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How does the Earth's eastward motion figure into the tracks proposed by Inmarsat data etc?

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up vote 8 down vote accepted

Not significantly. The aircraft flies in the air. The air moves over the earth and takes the plane with it. Of course wind is affected by the rotation of the earth, but there is little direct effect of Earth's rotation on the motion of the plane. The coriolis forces have a negligible effect on the aircraft's track.

The Inmarsat satellite used is geostationary, so it rotates as fast around the earth as the earth around its axis. The nett effect is zero.

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Plus, depending on the map used, a great circle / straight course may render as an arc. – yankeekilo Apr 3 '14 at 5:57
@yankeekilo yes indeed. Plus that the initial arcs published by Inmarsat were arcs of constant distance from the satellite, not the track of the aircraft. – DeltaLima Apr 3 '14 at 5:58
Aren't all weather systems due to coriolis forces acting on the air? Since the plane is moving through the air, it would have same, significant, effect on the plane, wouldn't it? You could of course cut down the complexity and say the aircraft is pushed by the wind, same thing :) – falstro Apr 3 '14 at 6:16
@roe no, not all weather systems. – Federico Apr 3 '14 at 7:08
@roe as you wish, but you still do not consider that the aircraft is pushed by the engines and that if a course is set, any deviation due to wind will be corrected. – Federico Apr 3 '14 at 7:40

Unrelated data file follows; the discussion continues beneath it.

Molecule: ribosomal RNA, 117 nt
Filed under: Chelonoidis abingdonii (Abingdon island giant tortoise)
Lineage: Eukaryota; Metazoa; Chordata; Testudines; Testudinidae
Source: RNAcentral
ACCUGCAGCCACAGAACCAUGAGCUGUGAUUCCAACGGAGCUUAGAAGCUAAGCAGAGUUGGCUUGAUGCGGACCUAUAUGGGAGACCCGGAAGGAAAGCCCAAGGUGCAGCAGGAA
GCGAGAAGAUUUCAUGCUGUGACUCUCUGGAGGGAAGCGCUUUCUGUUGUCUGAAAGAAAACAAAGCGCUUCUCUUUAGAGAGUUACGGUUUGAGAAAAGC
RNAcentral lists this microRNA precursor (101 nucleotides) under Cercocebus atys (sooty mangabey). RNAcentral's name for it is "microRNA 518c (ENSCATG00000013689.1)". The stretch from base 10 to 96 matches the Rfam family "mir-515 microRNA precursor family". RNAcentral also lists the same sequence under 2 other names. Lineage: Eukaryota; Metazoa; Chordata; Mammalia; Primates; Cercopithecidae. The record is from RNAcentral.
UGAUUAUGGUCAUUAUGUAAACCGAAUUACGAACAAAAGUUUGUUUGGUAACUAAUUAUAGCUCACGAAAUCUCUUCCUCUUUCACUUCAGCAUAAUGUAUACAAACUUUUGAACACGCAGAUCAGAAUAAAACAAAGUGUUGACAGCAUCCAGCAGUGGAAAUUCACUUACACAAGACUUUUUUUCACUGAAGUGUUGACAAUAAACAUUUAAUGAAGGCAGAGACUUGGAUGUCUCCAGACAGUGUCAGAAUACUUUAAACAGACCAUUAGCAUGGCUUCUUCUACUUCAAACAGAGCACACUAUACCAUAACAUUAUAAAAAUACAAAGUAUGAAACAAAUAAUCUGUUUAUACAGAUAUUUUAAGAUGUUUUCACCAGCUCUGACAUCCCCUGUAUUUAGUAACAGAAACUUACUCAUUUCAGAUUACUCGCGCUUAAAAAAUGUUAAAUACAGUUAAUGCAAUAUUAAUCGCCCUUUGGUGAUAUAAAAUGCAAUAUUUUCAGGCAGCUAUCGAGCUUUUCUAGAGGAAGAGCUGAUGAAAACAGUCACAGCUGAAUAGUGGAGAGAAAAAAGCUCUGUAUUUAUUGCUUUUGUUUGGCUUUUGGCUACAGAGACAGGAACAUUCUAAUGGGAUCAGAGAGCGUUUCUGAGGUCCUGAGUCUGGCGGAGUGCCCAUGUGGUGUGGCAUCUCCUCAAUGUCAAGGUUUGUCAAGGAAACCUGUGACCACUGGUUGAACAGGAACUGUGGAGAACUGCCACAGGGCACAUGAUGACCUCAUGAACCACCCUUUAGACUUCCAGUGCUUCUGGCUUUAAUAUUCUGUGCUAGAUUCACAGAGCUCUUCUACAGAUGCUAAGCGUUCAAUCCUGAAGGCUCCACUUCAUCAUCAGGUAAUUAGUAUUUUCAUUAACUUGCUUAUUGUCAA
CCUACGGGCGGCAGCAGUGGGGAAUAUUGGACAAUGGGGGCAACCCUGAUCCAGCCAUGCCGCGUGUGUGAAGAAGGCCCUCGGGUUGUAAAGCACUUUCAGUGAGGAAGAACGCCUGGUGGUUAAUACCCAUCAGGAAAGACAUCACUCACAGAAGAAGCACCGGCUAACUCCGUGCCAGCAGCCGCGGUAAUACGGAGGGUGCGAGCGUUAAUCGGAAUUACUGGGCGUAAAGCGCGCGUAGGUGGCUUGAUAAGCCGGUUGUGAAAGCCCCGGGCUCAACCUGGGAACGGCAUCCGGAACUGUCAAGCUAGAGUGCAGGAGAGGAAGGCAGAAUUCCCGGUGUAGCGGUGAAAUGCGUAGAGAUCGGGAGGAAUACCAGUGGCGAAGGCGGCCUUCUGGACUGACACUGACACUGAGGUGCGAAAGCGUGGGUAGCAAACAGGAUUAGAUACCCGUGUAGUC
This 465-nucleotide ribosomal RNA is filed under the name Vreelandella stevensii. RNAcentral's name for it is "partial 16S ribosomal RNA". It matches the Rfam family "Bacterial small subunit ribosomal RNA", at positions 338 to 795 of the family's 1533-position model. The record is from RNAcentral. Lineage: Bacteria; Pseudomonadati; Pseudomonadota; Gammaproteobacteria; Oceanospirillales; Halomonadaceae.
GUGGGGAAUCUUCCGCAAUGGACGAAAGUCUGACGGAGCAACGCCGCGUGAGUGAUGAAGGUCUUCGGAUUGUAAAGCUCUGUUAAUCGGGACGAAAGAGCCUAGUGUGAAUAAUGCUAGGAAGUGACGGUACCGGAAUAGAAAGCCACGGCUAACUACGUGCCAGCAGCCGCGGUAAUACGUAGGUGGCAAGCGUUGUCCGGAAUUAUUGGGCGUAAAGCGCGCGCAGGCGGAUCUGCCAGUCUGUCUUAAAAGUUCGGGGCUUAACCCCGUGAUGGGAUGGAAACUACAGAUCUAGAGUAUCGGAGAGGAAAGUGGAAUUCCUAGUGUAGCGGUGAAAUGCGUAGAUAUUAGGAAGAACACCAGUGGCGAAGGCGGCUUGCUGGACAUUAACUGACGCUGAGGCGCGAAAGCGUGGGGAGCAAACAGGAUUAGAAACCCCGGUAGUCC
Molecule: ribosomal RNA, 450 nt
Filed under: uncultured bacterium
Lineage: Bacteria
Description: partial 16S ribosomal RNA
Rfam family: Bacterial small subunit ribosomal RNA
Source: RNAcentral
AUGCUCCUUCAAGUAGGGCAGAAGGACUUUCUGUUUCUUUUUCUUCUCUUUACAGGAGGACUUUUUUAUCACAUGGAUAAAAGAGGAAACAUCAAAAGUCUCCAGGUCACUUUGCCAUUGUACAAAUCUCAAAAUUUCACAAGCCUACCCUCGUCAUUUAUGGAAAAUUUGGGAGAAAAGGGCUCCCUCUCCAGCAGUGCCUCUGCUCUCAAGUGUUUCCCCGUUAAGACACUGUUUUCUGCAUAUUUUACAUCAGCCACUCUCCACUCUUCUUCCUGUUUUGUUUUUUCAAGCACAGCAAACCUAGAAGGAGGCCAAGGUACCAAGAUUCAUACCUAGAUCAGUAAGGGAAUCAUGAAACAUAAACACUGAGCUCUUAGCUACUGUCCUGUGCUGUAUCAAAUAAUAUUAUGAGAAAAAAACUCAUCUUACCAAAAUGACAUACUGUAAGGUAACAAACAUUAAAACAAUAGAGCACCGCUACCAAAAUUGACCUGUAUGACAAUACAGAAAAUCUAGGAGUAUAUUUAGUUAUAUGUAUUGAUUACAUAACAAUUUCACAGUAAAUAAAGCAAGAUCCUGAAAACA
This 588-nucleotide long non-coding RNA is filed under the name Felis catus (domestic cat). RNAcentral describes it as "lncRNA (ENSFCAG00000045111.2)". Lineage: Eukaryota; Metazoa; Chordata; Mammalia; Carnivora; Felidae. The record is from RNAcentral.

The earth's rotation affects aircraft in much the same way as it affects you and I on the surface. From that perspective we are all being carried along at around 1000 MPH. Since the atmosphere is a very very very thin layer of gas above the surface, it pretty much rotates with the surface. You'll notice the oceans don't slosh across the continents every 24 hours too.

As Federico pointed out, following a constant magnetic heading from a fixed point on the surface will not be affected by the speed of rotation of the planet. Your navigational frame of reference is earth-centric not solar-centric (say).

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"You'll notice the oceans don't slosh across the continents every 24 hours too." They do it every 12.5 hours! (But only a little bit.) – David Richerby Apr 3 '14 at 12:47

The problem with this question is that there is a seriously wrong assumption behind: you are assuming that the airplane drifts along a course, like a curling stone after being launched, and is affected by all kind of environmental disturbances.

The thing is that the airplane has engines and control surfaces, in the case in question even an autopilot: if a certain course/track is selected, the plane will follow it, eventual wind will simply change the attitude at which the plane is flying (yaw for side component, pitch for front component), not the ground track. Unless you are in sidewinds/headwinds that exceed the top airspeed of the aircraft, but that was not likely the case.

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If the side winds exceed the top airspeed of the aircraft, deviating from the ground track is the least of your problems, I believe ;-) – Jan Dvorak Apr 3 '14 at 13:41
@JanDvorak indeed :D – Federico Apr 3 '14 at 14:09
Ah, so that's what happened when I tried flying my Cessna through a tornado funnel! – Phil Perry Apr 3 '14 at 14:36

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